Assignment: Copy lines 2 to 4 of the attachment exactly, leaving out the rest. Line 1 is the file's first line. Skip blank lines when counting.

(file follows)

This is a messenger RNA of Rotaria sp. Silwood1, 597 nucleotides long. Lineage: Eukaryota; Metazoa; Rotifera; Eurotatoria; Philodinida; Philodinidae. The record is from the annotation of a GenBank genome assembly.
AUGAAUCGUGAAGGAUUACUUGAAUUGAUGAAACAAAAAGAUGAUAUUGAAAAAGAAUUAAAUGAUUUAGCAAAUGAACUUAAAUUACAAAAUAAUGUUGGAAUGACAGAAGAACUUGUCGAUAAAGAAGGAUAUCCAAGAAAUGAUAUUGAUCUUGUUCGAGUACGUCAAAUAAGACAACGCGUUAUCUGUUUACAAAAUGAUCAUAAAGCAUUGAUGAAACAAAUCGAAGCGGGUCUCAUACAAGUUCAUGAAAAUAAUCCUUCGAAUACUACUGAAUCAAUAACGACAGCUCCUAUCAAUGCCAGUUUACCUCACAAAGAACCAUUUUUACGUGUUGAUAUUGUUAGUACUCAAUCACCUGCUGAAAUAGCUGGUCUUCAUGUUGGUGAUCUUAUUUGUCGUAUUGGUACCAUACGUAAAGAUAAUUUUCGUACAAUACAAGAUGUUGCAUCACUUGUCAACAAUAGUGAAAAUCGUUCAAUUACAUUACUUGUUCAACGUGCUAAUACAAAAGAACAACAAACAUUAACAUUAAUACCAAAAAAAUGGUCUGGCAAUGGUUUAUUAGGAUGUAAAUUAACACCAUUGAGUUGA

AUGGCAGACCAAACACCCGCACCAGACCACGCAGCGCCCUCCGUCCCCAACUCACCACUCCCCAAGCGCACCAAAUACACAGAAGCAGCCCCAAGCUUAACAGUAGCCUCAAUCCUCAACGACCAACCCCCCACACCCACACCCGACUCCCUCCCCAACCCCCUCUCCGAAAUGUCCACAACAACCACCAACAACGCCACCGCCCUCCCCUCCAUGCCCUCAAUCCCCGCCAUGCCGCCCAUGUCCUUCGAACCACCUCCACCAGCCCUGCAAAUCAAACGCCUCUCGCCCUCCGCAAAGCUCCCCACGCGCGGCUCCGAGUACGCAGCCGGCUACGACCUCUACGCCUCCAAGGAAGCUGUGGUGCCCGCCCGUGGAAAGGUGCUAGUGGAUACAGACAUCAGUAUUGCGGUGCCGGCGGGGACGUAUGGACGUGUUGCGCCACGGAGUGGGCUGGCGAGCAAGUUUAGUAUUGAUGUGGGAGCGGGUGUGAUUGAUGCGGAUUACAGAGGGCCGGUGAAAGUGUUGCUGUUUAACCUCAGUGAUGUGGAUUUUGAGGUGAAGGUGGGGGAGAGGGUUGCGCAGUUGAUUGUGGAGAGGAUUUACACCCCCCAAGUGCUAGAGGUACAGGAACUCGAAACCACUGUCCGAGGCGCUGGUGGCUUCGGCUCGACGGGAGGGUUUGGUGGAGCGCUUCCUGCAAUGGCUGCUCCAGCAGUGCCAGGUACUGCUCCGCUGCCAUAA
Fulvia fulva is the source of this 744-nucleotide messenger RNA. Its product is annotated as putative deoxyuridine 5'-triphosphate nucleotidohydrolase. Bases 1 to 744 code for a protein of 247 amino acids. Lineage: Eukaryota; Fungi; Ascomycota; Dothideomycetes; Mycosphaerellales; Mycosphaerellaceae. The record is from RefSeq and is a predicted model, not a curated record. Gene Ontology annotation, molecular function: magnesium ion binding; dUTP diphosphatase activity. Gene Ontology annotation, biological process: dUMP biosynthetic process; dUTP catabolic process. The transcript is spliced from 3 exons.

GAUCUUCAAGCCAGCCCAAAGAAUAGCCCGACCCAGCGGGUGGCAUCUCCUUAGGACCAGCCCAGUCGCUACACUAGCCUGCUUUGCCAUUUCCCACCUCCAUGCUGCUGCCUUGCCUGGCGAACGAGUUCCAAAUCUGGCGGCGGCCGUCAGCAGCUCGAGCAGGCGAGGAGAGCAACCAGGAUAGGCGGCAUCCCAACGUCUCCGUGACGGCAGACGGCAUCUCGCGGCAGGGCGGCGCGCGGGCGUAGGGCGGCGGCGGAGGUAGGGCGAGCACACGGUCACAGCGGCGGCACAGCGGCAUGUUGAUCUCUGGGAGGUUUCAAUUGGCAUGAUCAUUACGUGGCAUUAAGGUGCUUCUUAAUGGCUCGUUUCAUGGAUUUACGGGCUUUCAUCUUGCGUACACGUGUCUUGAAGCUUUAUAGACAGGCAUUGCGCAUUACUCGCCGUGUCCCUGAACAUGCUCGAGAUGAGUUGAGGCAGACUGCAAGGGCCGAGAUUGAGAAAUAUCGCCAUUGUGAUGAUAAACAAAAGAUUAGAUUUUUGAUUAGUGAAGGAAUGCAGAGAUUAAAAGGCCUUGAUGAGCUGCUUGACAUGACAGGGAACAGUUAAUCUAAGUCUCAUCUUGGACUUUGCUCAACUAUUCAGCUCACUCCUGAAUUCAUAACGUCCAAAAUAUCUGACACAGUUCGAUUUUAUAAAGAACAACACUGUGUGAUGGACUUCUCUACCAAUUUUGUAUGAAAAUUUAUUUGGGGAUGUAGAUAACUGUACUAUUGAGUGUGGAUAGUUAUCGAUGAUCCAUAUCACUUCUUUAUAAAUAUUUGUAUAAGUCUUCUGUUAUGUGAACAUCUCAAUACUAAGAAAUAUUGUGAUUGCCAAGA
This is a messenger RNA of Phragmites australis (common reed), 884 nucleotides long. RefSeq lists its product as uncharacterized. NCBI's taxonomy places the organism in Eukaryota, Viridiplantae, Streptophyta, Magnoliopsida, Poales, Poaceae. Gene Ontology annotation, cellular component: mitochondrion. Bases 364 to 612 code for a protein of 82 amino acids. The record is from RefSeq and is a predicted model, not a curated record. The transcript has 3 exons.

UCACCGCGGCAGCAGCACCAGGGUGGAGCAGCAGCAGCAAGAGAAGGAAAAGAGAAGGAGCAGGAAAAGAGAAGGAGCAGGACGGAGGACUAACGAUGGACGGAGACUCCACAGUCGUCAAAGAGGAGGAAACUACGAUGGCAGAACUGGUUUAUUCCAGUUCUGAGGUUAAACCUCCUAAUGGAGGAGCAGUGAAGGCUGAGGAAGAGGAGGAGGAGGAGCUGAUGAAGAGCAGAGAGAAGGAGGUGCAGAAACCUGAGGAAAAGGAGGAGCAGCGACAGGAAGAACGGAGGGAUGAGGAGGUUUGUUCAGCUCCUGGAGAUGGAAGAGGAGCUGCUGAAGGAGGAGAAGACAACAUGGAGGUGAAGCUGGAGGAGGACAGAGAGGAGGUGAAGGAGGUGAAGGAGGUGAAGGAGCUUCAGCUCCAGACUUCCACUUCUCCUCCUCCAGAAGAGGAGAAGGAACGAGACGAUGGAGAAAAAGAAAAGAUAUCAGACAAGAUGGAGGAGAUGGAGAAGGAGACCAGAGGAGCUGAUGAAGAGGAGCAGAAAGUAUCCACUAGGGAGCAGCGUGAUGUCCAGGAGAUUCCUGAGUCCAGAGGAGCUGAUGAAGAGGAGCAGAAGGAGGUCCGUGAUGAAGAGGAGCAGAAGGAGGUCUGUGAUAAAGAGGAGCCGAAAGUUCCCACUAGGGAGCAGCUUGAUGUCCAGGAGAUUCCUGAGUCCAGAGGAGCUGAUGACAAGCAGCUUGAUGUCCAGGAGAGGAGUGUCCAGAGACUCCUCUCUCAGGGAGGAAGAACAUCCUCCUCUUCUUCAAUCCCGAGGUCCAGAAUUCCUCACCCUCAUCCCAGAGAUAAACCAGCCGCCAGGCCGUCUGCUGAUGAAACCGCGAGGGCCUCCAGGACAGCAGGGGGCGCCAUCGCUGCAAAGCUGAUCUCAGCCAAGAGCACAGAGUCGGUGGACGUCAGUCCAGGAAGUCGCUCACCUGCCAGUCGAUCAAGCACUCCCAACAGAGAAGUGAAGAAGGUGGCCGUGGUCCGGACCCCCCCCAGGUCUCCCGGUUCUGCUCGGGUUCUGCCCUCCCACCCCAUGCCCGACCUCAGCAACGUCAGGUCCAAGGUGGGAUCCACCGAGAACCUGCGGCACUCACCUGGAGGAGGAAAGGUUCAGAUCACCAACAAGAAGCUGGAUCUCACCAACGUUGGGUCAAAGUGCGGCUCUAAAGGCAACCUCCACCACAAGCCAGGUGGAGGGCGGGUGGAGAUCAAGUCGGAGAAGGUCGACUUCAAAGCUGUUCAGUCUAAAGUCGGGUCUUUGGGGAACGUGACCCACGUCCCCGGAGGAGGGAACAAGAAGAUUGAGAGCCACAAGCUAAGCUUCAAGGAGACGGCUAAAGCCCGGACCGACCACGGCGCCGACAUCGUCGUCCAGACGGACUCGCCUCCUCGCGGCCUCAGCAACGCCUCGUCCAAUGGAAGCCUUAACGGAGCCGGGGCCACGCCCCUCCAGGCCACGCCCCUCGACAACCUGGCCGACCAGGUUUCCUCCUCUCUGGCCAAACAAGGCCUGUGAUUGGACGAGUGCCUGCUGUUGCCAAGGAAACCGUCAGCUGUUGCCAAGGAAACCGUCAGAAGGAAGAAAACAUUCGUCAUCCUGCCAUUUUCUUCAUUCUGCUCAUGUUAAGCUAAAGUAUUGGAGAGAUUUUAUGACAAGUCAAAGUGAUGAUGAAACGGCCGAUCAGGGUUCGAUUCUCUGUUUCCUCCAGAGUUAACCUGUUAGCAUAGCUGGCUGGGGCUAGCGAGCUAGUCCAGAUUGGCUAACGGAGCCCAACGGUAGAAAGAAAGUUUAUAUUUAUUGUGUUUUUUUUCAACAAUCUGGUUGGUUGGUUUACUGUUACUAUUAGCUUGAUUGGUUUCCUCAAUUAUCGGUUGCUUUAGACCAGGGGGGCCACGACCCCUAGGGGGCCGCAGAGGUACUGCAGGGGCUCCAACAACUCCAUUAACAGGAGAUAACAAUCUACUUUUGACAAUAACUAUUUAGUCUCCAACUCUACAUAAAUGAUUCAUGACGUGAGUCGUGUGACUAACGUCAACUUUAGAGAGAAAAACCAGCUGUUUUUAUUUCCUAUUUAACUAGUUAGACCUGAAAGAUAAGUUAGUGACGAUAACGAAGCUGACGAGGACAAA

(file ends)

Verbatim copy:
AUGAAUCGUGAAGGAUUACUUGAAUUGAUGAAACAAAAAGAUGAUAUUGAAAAAGAAUUAAAUGAUUUAGCAAAUGAACUUAAAUUACAAAAUAAUGUUGGAAUGACAGAAGAACUUGUCGAUAAAGAAGGAUAUCCAAGAAAUGAUAUUGAUCUUGUUCGAGUACGUCAAAUAAGACAACGCGUUAUCUGUUUACAAAAUGAUCAUAAAGCAUUGAUGAAACAAAUCGAAGCGGGUCUCAUACAAGUUCAUGAAAAUAAUCCUUCGAAUACUACUGAAUCAAUAACGACAGCUCCUAUCAAUGCCAGUUUACCUCACAAAGAACCAUUUUUACGUGUUGAUAUUGUUAGUACUCAAUCACCUGCUGAAAUAGCUGGUCUUCAUGUUGGUGAUCUUAUUUGUCGUAUUGGUACCAUACGUAAAGAUAAUUUUCGUACAAUACAAGAUGUUGCAUCACUUGUCAACAAUAGUGAAAAUCGUUCAAUUACAUUACUUGUUCAACGUGCUAAUACAAAAGAACAACAAACAUUAACAUUAAUACCAAAAAAAUGGUCUGGCAAUGGUUUAUUAGGAUGUAAAUUAACACCAUUGAGUUGA

AUGGCAGACCAAACACCCGCACCAGACCACGCAGCGCCCUCCGUCCCCAACUCACCACUCCCCAAGCGCACCAAAUACACAGAAGCAGCCCCAAGCUUAACAGUAGCCUCAAUCCUCAACGACCAACCCCCCACACCCACACCCGACUCCCUCCCCAACCCCCUCUCCGAAAUGUCCACAACAACCACCAACAACGCCACCGCCCUCCCCUCCAUGCCCUCAAUCCCCGCCAUGCCGCCCAUGUCCUUCGAACCACCUCCACCAGCCCUGCAAAUCAAACGCCUCUCGCCCUCCGCAAAGCUCCCCACGCGCGGCUCCGAGUACGCAGCCGGCUACGACCUCUACGCCUCCAAGGAAGCUGUGGUGCCCGCCCGUGGAAAGGUGCUAGUGGAUACAGACAUCAGUAUUGCGGUGCCGGCGGGGACGUAUGGACGUGUUGCGCCACGGAGUGGGCUGGCGAGCAAGUUUAGUAUUGAUGUGGGAGCGGGUGUGAUUGAUGCGGAUUACAGAGGGCCGGUGAAAGUGUUGCUGUUUAACCUCAGUGAUGUGGAUUUUGAGGUGAAGGUGGGGGAGAGGGUUGCGCAGUUGAUUGUGGAGAGGAUUUACACCCCCCAAGUGCUAGAGGUACAGGAACUCGAAACCACUGUCCGAGGCGCUGGUGGCUUCGGCUCGACGGGAGGGUUUGGUGGAGCGCUUCCUGCAAUGGCUGCUCCAGCAGUGCCAGGUACUGCUCCGCUGCCAUAA
Fulvia fulva is the source of this 744-nucleotide messenger RNA. Its product is annotated as putative deoxyuridine 5'-triphosphate nucleotidohydrolase. Bases 1 to 744 code for a protein of 247 amino acids. Lineage: Eukaryota; Fungi; Ascomycota; Dothideomycetes; Mycosphaerellales; Mycosphaerellaceae. The record is from RefSeq and is a predicted model, not a curated record. Gene Ontology annotation, molecular function: magnesium ion binding; dUTP diphosphatase activity. Gene Ontology annotation, biological process: dUMP biosynthetic process; dUTP catabolic process. The transcript is spliced from 3 exons.